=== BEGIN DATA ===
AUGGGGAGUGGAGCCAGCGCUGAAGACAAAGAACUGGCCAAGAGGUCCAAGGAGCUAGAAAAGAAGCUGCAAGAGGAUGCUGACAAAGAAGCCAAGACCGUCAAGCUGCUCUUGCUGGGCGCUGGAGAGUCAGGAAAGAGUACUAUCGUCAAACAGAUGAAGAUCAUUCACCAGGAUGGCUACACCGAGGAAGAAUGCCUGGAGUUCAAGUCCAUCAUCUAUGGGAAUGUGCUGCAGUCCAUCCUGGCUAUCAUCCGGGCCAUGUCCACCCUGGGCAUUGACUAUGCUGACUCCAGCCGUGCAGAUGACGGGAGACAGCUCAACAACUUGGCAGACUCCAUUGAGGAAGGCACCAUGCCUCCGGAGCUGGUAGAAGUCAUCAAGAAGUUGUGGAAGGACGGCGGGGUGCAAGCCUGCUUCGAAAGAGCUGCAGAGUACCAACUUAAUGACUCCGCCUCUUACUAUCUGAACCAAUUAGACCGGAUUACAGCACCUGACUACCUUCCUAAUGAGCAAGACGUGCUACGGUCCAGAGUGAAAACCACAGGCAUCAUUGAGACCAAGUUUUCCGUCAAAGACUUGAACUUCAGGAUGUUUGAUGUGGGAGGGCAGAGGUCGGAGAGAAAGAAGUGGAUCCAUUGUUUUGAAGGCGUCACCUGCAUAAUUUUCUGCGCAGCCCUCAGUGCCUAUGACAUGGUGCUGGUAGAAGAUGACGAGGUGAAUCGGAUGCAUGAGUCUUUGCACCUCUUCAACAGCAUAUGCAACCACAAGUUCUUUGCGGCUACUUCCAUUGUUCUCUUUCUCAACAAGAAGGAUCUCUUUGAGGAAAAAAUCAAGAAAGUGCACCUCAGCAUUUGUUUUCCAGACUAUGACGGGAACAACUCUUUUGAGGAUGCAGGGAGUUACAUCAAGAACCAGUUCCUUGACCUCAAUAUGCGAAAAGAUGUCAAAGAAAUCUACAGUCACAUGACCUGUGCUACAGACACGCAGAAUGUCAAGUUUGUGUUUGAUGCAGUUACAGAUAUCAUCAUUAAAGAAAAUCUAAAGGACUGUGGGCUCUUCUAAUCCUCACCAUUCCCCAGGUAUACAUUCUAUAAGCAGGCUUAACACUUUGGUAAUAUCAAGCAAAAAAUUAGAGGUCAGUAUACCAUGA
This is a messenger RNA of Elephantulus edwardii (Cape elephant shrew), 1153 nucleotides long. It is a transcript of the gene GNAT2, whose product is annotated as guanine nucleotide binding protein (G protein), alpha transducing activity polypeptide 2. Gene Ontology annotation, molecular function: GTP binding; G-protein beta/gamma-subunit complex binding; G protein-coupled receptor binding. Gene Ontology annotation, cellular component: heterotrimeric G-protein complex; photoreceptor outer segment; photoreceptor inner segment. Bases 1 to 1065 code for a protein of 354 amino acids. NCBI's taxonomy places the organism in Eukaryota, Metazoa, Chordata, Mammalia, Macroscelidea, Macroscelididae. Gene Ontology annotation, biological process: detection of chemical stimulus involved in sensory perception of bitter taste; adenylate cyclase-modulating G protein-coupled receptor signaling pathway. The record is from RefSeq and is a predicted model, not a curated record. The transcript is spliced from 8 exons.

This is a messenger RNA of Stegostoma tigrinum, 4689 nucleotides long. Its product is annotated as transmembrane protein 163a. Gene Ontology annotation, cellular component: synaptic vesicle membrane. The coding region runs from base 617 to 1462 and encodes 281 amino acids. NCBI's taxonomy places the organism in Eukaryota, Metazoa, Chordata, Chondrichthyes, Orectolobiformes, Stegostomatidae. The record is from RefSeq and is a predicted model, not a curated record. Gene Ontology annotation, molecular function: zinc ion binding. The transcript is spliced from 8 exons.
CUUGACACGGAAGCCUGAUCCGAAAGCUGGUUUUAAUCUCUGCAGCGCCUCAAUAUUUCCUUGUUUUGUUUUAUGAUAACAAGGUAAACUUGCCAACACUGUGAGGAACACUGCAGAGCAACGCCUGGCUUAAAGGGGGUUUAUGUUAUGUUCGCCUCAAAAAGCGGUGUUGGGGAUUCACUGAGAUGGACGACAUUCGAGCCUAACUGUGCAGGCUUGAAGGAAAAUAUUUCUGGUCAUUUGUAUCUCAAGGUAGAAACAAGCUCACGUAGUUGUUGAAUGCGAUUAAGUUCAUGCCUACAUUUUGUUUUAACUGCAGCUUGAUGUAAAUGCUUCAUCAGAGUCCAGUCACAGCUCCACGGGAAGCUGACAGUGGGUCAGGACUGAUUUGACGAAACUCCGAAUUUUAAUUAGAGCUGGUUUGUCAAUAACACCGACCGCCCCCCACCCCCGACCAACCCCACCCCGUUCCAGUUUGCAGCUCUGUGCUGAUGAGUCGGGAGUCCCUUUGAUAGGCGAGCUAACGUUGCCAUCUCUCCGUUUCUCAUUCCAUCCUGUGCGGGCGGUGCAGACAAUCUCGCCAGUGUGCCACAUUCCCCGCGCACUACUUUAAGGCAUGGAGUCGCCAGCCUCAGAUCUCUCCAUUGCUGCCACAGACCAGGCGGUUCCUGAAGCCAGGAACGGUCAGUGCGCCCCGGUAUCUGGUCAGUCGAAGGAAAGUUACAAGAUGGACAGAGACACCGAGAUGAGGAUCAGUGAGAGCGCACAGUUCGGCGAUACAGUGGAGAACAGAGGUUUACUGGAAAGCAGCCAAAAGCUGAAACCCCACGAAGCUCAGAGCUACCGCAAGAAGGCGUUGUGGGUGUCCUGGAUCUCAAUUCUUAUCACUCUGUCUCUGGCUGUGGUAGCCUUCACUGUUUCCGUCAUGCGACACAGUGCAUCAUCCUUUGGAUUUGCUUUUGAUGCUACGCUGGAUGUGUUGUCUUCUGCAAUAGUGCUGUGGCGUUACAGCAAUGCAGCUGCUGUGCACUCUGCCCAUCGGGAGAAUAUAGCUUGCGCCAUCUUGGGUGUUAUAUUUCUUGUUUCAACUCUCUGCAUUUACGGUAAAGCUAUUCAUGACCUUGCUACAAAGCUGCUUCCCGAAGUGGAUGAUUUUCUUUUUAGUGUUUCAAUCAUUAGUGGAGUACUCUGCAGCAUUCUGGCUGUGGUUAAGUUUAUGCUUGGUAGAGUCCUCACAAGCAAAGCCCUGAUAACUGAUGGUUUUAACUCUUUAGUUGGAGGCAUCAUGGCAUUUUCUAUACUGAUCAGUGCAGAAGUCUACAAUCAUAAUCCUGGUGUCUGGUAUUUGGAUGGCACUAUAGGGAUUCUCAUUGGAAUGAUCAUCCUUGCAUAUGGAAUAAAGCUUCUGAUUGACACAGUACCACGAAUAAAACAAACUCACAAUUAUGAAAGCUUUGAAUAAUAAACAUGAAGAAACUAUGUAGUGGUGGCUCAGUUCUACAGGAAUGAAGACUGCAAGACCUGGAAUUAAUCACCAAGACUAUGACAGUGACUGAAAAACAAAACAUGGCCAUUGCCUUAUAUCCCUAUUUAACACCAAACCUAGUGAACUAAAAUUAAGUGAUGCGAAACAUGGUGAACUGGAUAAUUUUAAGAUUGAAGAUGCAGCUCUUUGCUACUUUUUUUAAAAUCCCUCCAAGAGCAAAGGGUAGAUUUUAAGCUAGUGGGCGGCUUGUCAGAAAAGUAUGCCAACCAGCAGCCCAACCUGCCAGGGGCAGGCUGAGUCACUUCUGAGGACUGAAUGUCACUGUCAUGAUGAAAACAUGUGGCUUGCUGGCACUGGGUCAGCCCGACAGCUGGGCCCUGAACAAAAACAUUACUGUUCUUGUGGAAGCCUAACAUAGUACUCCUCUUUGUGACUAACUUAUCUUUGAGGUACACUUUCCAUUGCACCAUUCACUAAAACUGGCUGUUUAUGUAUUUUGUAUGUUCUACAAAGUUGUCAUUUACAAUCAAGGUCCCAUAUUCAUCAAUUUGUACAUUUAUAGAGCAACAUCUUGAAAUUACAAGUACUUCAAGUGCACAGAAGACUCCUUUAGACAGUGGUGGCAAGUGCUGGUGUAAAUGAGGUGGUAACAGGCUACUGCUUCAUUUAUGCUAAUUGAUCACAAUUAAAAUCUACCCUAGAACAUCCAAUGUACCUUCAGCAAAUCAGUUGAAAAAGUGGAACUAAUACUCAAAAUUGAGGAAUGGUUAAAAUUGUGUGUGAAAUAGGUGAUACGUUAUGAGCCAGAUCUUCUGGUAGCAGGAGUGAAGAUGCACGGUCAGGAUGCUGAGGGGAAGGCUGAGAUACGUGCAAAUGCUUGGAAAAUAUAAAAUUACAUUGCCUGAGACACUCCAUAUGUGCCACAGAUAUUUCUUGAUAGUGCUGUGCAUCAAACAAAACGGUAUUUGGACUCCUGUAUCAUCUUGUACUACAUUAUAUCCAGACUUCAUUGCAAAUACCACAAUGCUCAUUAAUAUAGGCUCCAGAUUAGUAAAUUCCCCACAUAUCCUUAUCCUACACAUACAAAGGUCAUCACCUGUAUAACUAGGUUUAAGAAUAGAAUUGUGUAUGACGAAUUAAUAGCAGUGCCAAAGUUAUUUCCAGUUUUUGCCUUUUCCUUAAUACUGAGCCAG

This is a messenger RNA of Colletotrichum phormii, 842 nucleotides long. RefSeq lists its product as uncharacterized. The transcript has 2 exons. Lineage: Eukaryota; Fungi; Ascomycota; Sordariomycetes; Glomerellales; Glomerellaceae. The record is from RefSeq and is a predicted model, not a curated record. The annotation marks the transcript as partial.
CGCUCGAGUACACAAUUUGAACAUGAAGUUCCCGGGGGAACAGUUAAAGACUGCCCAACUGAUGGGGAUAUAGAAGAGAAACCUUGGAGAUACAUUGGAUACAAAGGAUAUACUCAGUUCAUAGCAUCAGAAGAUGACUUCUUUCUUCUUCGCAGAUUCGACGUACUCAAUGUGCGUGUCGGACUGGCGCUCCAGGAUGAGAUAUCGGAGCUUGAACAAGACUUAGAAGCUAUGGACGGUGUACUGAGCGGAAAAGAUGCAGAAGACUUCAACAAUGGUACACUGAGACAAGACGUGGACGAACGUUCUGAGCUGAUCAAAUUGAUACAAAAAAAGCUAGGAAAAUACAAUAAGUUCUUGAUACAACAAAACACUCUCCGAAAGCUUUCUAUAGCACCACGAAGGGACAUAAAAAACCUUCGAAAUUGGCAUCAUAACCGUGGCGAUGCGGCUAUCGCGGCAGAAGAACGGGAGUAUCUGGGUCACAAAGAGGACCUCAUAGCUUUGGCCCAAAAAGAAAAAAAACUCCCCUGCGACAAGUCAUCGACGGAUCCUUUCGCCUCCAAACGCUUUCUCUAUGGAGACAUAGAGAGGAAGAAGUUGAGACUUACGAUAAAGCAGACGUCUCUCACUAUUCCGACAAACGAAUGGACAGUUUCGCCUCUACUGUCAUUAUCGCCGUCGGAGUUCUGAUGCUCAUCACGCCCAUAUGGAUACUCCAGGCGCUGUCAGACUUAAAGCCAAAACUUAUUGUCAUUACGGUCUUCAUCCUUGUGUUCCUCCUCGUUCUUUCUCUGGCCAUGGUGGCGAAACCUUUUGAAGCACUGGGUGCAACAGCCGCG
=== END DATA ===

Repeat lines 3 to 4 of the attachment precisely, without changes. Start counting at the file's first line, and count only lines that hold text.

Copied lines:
This is a messenger RNA of Stegostoma tigrinum, 4689 nucleotides long. Its product is annotated as transmembrane protein 163a. Gene Ontology annotation, cellular component: synaptic vesicle membrane. The coding region runs from base 617 to 1462 and encodes 281 amino acids. NCBI's taxonomy places the organism in Eukaryota, Metazoa, Chordata, Chondrichthyes, Orectolobiformes, Stegostomatidae. The record is from RefSeq and is a predicted model, not a curated record. Gene Ontology annotation, molecular function: zinc ion binding. The transcript is spliced from 8 exons.
CUUGACACGGAAGCCUGAUCCGAAAGCUGGUUUUAAUCUCUGCAGCGCCUCAAUAUUUCCUUGUUUUGUUUUAUGAUAACAAGGUAAACUUGCCAACACUGUGAGGAACACUGCAGAGCAACGCCUGGCUUAAAGGGGGUUUAUGUUAUGUUCGCCUCAAAAAGCGGUGUUGGGGAUUCACUGAGAUGGACGACAUUCGAGCCUAACUGUGCAGGCUUGAAGGAAAAUAUUUCUGGUCAUUUGUAUCUCAAGGUAGAAACAAGCUCACGUAGUUGUUGAAUGCGAUUAAGUUCAUGCCUACAUUUUGUUUUAACUGCAGCUUGAUGUAAAUGCUUCAUCAGAGUCCAGUCACAGCUCCACGGGAAGCUGACAGUGGGUCAGGACUGAUUUGACGAAACUCCGAAUUUUAAUUAGAGCUGGUUUGUCAAUAACACCGACCGCCCCCCACCCCCGACCAACCCCACCCCGUUCCAGUUUGCAGCUCUGUGCUGAUGAGUCGGGAGUCCCUUUGAUAGGCGAGCUAACGUUGCCAUCUCUCCGUUUCUCAUUCCAUCCUGUGCGGGCGGUGCAGACAAUCUCGCCAGUGUGCCACAUUCCCCGCGCACUACUUUAAGGCAUGGAGUCGCCAGCCUCAGAUCUCUCCAUUGCUGCCACAGACCAGGCGGUUCCUGAAGCCAGGAACGGUCAGUGCGCCCCGGUAUCUGGUCAGUCGAAGGAAAGUUACAAGAUGGACAGAGACACCGAGAUGAGGAUCAGUGAGAGCGCACAGUUCGGCGAUACAGUGGAGAACAGAGGUUUACUGGAAAGCAGCCAAAAGCUGAAACCCCACGAAGCUCAGAGCUACCGCAAGAAGGCGUUGUGGGUGUCCUGGAUCUCAAUUCUUAUCACUCUGUCUCUGGCUGUGGUAGCCUUCACUGUUUCCGUCAUGCGACACAGUGCAUCAUCCUUUGGAUUUGCUUUUGAUGCUACGCUGGAUGUGUUGUCUUCUGCAAUAGUGCUGUGGCGUUACAGCAAUGCAGCUGCUGUGCACUCUGCCCAUCGGGAGAAUAUAGCUUGCGCCAUCUUGGGUGUUAUAUUUCUUGUUUCAACUCUCUGCAUUUACGGUAAAGCUAUUCAUGACCUUGCUACAAAGCUGCUUCCCGAAGUGGAUGAUUUUCUUUUUAGUGUUUCAAUCAUUAGUGGAGUACUCUGCAGCAUUCUGGCUGUGGUUAAGUUUAUGCUUGGUAGAGUCCUCACAAGCAAAGCCCUGAUAACUGAUGGUUUUAACUCUUUAGUUGGAGGCAUCAUGGCAUUUUCUAUACUGAUCAGUGCAGAAGUCUACAAUCAUAAUCCUGGUGUCUGGUAUUUGGAUGGCACUAUAGGGAUUCUCAUUGGAAUGAUCAUCCUUGCAUAUGGAAUAAAGCUUCUGAUUGACACAGUACCACGAAUAAAACAAACUCACAAUUAUGAAAGCUUUGAAUAAUAAACAUGAAGAAACUAUGUAGUGGUGGCUCAGUUCUACAGGAAUGAAGACUGCAAGACCUGGAAUUAAUCACCAAGACUAUGACAGUGACUGAAAAACAAAACAUGGCCAUUGCCUUAUAUCCCUAUUUAACACCAAACCUAGUGAACUAAAAUUAAGUGAUGCGAAACAUGGUGAACUGGAUAAUUUUAAGAUUGAAGAUGCAGCUCUUUGCUACUUUUUUUAAAAUCCCUCCAAGAGCAAAGGGUAGAUUUUAAGCUAGUGGGCGGCUUGUCAGAAAAGUAUGCCAACCAGCAGCCCAACCUGCCAGGGGCAGGCUGAGUCACUUCUGAGGACUGAAUGUCACUGUCAUGAUGAAAACAUGUGGCUUGCUGGCACUGGGUCAGCCCGACAGCUGGGCCCUGAACAAAAACAUUACUGUUCUUGUGGAAGCCUAACAUAGUACUCCUCUUUGUGACUAACUUAUCUUUGAGGUACACUUUCCAUUGCACCAUUCACUAAAACUGGCUGUUUAUGUAUUUUGUAUGUUCUACAAAGUUGUCAUUUACAAUCAAGGUCCCAUAUUCAUCAAUUUGUACAUUUAUAGAGCAACAUCUUGAAAUUACAAGUACUUCAAGUGCACAGAAGACUCCUUUAGACAGUGGUGGCAAGUGCUGGUGUAAAUGAGGUGGUAACAGGCUACUGCUUCAUUUAUGCUAAUUGAUCACAAUUAAAAUCUACCCUAGAACAUCCAAUGUACCUUCAGCAAAUCAGUUGAAAAAGUGGAACUAAUACUCAAAAUUGAGGAAUGGUUAAAAUUGUGUGUGAAAUAGGUGAUACGUUAUGAGCCAGAUCUUCUGGUAGCAGGAGUGAAGAUGCACGGUCAGGAUGCUGAGGGGAAGGCUGAGAUACGUGCAAAUGCUUGGAAAAUAUAAAAUUACAUUGCCUGAGACACUCCAUAUGUGCCACAGAUAUUUCUUGAUAGUGCUGUGCAUCAAACAAAACGGUAUUUGGACUCCUGUAUCAUCUUGUACUACAUUAUAUCCAGACUUCAUUGCAAAUACCACAAUGCUCAUUAAUAUAGGCUCCAGAUUAGUAAAUUCCCCACAUAUCCUUAUCCUACACAUACAAAGGUCAUCACCUGUAUAACUAGGUUUAAGAAUAGAAUUGUGUAUGACGAAUUAAUAGCAGUGCCAAAGUUAUUUCCAGUUUUUGCCUUUUCCUUAAUACUGAGCCAG